Gavin Graham is chief strategy officer of Integris Pension Management Corp. His focus is on global equities and North American large-cap stocks.
Loews is a long established U.S. conglomerate run by the Tisch family. Its primary businesses are property and casualty insurance (80-per-cent ownership of listed CNA Financial Corp.), pipelines, offshore oil drilling (Diamond Offshore), oil and gas and hotels. It sells at a 10-per-cent discount to its book value and is experiencing improving conditions in insurance, drilling and hotels.
Copa is a Panamanian airline operating a modern fleet of 83 Boeing 737-700s and 800s and Embraer 190s from its base in Panama City, from which it provides one-stop flights to the largest number of destinations in Central and South America including eight U.S. cities and Toronto. It is a member of the Star Alliance and owns the second-largest airline in Colombia. Selling at 12 times 2013 earnings and a 2.1-per-cent dividend yield, it is a play on rising incomes within Latin America as more passengers begin flying.
iShares S&P Global Water Fund ETF
An ETF invested 50-per-cent in water utilities and 50-per-cent in companies producing equipment for the water industry, such as valves, pumps, pipes, filters, meters etc. Its largest holdings include Pentair, Gerberit, Alfa Laval and Danaher. The water industry is a $500-billion business growing 7 per cent per year or twice global GDP, as the emerging markets urbanize and aging infrastructure in the developed world needs to be replaced. While only having $30-million in assets under management, the ETF has been going for over five years, has a reasonable 0.67-per-cent MER and has raised its dividend by 7.6-per-cent per year over the last five years, giving it a trailing 2.2-per-cent yield.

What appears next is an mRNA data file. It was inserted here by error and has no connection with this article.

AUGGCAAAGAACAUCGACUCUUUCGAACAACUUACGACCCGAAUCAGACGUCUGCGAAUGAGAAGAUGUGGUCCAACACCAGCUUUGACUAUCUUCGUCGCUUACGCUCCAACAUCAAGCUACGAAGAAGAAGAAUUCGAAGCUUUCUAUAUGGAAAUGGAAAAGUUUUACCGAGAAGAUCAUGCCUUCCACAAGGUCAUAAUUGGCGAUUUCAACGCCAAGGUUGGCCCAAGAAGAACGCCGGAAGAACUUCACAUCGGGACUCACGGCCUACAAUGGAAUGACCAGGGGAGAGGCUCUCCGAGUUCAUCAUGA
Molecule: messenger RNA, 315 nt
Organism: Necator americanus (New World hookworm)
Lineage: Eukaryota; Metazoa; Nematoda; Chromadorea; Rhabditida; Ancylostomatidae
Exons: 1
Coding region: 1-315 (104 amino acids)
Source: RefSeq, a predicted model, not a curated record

Past Picks: October 1, 2012
Total return: +10.76 per cent
Total return: +34.70 per cent
Total return: +58.55 per cent
Total return average: +34.67 per cent
The stock markets in North America have risen strongly, reflecting moderate but improving GDP growth in the U.S., Japan, the U.K. and even in Europe, which has just emerged from six quarters of recession in the second quarter. As a result, valuations are looking somewhat expensive, especially given that 10-year bond yields have risen by over 1 per cent in the last few months on the expectation that the Federal Reserve will begin to reduce its quantitative easing purchases of $85-billion (U.S.) of bonds a month. Investors should be looking to take some profits, but maintain an exposure to cyclical stocks such as autos, capital equipment, consumer durables and materials while reducing interest rate sensitive plays.
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